MPLX: Long-Term Potential Of Unlocking The Midstream Value …

MPLX: Long-Term Potential Of Unlocking The Midstream Value …


Last July, MPLX LP (NYSE: MPLX) closed on its acquisition of Andeavor Logistics LP, becoming one of the largest midstream operators in North America. As a rationale for the combination, management laid out a plan to expand its presence in the Permian midstream value chain by increasing the number of touch points for the MLP. Instead of orphan assets that serve a singular market/customer, an integrated system maximizes revenue capture by controlling the movement of hydrocarbons for maximum value.

MPLX Midstream Value Chain Expansion Post Andeavor Logistics Acquisition

Source: MPLX | Investor Center

Midstream Value Chain

Few midstream operators recognize the value in having an integrated midstream value chain. The best among them is Enterprise Products Partners (NYSE: EPD). Instead of reacting to market demand as the shale revolution took off across the country, Enterprise focused its capital on the Permian basin and built out a supply chain to control the processing of raw hydrocarbons until the final product.

This is the same model MPLX intends to emulate by leveraging existing assets in the region. The MLP already possesses gathering and processing systems in the Permian and STACK regions which can supply long-haul pipelines to fulfill downstream opportunities. By taking ownership of the hydrocarbons from the producers at the very first stage, MPLX will be able to provide a stable supply to the pipelines, fractionators, refineries and export terminals downstream.

Of course, a major risk of having an integrated system is the ability to secure adequate supply from producers and subsequently having sufficient demand at the other end. In regards to the first concern, while shale production growth rates have slowed, takeaway demand is still growing and expected to peak towards the end of the next decade. For the second concern, MPLX will be able to depend on its “parent-sponsor” relationship with Marathon Petroleum (NYSE: MPC) to supply MPC refineries with feedstock. In addition to domestic demand, MPLX is expanding its export facilities in the Gulf of Mexico to meet global energy demand.

MPLX Export Facilities in the Gulf of Mexico, LOOP, Mt Airy, Texas City and South Texas Gateway

Source: MPLX | Investor Center

Yet-to-be-Announced Divestitures

Another key talking point post-acquisition has been for portfolio optimization through asset divestitures. While no concrete plan has been announced, assets that do not align with the strategic priorities in the Permian and Marcellus plays should show up high on the chopping block. Moreover, with MLPs nowadays being frowned upon for issuing equity, freeing up capital this way makes it possible for MPLX to continue its midstream value chain expansion plan described previously.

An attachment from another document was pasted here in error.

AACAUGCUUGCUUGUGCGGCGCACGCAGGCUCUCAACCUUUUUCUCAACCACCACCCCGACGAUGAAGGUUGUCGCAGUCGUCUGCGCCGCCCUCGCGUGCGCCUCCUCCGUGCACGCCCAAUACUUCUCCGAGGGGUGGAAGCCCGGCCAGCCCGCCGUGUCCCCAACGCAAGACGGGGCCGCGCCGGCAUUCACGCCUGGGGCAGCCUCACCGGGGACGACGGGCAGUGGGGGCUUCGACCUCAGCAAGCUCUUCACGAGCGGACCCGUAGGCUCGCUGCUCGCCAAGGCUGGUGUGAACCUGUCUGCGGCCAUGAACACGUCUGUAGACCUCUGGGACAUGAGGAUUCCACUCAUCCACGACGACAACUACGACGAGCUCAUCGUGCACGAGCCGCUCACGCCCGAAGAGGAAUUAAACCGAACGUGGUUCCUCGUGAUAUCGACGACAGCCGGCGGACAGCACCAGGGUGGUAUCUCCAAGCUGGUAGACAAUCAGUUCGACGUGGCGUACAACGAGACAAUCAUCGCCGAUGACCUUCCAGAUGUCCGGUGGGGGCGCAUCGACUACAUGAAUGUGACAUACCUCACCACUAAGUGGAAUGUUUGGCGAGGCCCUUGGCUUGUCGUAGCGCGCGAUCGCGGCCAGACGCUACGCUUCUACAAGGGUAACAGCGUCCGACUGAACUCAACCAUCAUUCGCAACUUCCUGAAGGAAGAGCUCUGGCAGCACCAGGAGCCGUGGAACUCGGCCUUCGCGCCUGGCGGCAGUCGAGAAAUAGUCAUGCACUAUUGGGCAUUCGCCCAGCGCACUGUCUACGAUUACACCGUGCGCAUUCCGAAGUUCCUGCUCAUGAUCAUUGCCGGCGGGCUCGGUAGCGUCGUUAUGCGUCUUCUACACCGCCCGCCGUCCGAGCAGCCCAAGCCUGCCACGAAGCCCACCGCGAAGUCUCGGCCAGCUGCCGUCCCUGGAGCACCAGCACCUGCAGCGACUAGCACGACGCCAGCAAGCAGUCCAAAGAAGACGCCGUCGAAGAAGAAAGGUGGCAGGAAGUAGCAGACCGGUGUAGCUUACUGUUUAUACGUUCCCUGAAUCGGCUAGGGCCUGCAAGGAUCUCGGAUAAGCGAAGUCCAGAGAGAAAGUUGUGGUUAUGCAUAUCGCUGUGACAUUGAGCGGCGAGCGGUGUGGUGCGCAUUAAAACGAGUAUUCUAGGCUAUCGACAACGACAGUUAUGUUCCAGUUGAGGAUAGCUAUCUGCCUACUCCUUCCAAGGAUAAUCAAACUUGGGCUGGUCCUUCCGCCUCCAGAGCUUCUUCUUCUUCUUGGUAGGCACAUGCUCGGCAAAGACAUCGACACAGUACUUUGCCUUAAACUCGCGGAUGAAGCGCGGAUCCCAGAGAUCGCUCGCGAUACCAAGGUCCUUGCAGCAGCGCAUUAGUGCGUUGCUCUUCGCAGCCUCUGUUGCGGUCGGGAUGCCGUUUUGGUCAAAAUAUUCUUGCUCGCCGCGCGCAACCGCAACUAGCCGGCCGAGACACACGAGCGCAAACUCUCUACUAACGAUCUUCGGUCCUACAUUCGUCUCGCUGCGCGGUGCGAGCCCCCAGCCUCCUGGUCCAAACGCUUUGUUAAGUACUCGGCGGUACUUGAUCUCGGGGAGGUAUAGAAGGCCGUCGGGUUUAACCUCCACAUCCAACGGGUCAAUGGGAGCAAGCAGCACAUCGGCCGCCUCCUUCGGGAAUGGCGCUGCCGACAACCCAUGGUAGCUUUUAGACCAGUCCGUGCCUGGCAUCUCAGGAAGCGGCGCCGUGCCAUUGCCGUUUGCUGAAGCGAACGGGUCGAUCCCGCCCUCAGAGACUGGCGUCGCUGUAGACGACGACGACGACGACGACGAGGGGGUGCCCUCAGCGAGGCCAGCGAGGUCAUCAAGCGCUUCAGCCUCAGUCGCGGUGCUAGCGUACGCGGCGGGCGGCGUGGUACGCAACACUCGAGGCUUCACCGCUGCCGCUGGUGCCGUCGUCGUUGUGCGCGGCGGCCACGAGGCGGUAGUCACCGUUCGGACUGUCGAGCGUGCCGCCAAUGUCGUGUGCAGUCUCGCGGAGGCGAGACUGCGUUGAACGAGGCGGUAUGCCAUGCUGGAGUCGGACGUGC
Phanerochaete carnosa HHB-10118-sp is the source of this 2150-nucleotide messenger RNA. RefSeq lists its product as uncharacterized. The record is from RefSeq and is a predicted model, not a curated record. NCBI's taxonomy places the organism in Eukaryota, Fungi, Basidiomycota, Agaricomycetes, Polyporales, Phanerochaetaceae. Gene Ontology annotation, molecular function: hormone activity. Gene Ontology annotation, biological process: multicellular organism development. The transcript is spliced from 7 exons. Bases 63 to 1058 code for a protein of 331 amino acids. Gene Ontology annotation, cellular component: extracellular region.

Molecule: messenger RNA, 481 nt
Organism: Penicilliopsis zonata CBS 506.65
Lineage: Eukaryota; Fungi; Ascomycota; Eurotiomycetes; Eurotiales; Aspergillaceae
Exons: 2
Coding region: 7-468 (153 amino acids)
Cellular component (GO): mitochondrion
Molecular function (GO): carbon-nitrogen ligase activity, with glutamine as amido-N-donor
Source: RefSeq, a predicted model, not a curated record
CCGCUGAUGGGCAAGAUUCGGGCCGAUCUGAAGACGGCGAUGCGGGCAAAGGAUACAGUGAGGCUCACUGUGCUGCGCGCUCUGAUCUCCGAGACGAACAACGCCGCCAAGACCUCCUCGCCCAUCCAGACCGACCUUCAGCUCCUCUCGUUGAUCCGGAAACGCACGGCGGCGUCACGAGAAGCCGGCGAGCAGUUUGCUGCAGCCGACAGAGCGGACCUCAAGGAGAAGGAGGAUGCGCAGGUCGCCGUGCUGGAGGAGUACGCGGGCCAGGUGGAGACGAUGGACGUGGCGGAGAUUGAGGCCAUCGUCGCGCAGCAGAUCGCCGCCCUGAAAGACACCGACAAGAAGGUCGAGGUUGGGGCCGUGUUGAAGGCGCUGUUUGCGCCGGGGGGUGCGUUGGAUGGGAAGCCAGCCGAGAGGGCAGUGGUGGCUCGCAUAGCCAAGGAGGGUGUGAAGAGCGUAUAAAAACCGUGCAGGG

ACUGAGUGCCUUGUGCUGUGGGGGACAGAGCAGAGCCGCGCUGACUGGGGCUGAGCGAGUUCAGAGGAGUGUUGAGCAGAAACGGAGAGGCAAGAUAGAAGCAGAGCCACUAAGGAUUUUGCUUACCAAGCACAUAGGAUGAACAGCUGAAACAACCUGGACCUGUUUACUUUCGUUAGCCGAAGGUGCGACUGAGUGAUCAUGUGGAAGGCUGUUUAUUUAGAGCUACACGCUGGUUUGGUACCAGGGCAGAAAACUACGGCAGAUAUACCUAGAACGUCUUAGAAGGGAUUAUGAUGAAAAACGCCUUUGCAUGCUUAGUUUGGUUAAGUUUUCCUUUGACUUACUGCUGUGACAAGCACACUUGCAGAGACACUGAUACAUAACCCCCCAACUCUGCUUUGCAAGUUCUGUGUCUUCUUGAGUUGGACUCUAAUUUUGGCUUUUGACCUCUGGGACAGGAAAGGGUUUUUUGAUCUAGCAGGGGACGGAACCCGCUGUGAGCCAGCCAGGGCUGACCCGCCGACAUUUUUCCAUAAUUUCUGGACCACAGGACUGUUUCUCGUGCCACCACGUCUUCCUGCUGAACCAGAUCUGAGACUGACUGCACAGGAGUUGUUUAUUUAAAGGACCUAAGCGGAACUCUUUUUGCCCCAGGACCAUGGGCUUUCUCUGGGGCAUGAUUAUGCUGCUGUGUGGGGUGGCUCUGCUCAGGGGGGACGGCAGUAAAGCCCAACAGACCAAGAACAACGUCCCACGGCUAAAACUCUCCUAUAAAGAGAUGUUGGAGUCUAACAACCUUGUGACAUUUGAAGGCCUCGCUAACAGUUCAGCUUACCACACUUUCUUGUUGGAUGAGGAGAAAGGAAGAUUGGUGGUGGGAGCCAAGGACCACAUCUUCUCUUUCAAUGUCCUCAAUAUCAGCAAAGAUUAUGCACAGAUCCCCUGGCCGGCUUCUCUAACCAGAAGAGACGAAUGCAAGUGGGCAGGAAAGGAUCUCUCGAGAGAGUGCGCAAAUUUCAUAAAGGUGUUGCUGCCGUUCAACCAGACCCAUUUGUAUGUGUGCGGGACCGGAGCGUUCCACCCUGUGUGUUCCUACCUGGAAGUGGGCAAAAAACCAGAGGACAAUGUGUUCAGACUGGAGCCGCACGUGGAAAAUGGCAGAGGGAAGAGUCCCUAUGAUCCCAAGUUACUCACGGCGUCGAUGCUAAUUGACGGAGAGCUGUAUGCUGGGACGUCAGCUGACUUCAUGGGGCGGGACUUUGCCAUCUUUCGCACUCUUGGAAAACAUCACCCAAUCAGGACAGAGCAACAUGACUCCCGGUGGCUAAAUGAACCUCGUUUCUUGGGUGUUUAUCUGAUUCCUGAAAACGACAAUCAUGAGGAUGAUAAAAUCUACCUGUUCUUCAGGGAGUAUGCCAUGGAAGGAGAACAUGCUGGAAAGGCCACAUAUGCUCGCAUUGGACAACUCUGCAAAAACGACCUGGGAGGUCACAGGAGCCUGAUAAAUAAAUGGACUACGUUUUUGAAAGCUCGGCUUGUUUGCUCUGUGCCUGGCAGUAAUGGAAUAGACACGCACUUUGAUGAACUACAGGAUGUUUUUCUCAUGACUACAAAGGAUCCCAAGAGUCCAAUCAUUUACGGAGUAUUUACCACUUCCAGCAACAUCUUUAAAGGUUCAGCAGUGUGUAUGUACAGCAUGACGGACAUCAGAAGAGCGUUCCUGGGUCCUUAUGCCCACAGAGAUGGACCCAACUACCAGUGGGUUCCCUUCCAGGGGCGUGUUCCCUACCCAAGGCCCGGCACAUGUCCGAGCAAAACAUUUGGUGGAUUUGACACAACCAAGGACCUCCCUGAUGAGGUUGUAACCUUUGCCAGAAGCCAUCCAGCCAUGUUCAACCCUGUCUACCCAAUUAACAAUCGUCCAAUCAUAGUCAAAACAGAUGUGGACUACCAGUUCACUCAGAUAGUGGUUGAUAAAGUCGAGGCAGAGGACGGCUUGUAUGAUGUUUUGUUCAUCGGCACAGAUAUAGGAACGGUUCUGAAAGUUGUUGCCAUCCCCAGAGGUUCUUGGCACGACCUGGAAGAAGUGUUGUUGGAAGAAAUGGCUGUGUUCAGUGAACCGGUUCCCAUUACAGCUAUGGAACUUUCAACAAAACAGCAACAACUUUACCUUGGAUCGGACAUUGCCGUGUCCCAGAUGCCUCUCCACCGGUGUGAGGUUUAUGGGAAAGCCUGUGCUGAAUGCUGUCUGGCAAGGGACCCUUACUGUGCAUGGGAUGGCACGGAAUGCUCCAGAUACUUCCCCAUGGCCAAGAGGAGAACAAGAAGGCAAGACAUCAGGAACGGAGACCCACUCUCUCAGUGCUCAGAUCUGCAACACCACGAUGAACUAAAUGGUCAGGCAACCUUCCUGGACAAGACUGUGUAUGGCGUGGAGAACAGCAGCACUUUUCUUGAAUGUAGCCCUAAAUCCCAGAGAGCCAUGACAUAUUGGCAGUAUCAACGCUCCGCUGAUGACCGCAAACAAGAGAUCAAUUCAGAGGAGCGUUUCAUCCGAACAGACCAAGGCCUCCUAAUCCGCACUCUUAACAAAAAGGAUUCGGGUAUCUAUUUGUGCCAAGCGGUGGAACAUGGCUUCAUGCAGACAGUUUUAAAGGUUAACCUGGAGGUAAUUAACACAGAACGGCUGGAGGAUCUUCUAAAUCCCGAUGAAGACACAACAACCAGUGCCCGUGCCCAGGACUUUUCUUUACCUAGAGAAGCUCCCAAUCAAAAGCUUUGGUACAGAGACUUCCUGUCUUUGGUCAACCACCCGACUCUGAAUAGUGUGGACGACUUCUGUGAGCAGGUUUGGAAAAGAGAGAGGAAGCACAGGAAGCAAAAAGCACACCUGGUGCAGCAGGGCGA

However, it still remains to be seen how MPLX would decide on the assets to be sold. If MPLX closely aligns with its sponsor, MPC’s needs, it would have a sub-optimal asset footprint. While assets such as its fuel distribution service, marine transportation services and refining logistics are fully supported by MPC on a stable fee-based agreement, much-needed capital can be reallocated if these assets are divested. Assets that rely on a single customer can never really generate the maximum potential return since there isn’t much competition to raise the rates.

Relationship To Sponsor

Having a close economic relationship with a sponsor can have its benefits and its drawbacks. In this case, a plus point would be the stable demand of crude feedstock for MPC’s refineries and downstream retail outlets. MPLX would have preferential treatment to supply MPC, one of the largest refiners in the country. However, as previously alluded to, there is an implicit agreement which forces MPLX to build out infrastructure to support MPC operations even if it may not be in MPLX’s best interest. It definitely does not help when MPC owns two-thirds of MPLX.

As majority owner, MPC was able to appoint its own Chairman and CEO, Gary Heminger to lead MPLX. However, since he would be stretched thin managing both entities, MPLX had hired Michael Hennigan from Sunoco Logistics to run day-to-day operations as President. I have been a great admirer of Mike’s work leading Sunoco prior to its merger with Energy Transfer. During his tenure, Sunoco was able to maintain a distribution coverage of above 1.0x even during the oil market crash in 2016 due to a balanced capital investment growth plan.

Conclusion

I believe MPLX is in the early stages of a growth phase due its continued investment in the Marcellus region and its planned build-out in the Permian. If MPLX continues to invest in alignment with the midstream value chain model, the MLP should be able to maximize revenue generation and reward investors with payout growth. At the moment, MPLX has a pre-acquisition distribution coverage ratio of 1.36x, which should drift a little lower in the next earnings report but well above 1.0x.

In regards to MPLX’s relationship with MPC, this drama has barely begun. Whether the activists have their way or not, I am confident MPLX will still come out on top as continued investment into the business seems to be the priority of both sides. There is definitely more development to come in the upcoming weeks but at the moment, I am open to a BUY rating on MPLX.

Disclosure: I am/we are long EPD. I wrote this article myself, and it expresses my own opinions. I am not receiving compensation for it (other than from Seeking Alpha). I have no business relationship with any company whose stock is mentioned in this article.


Transportation Services CEO Jonathan Cartu

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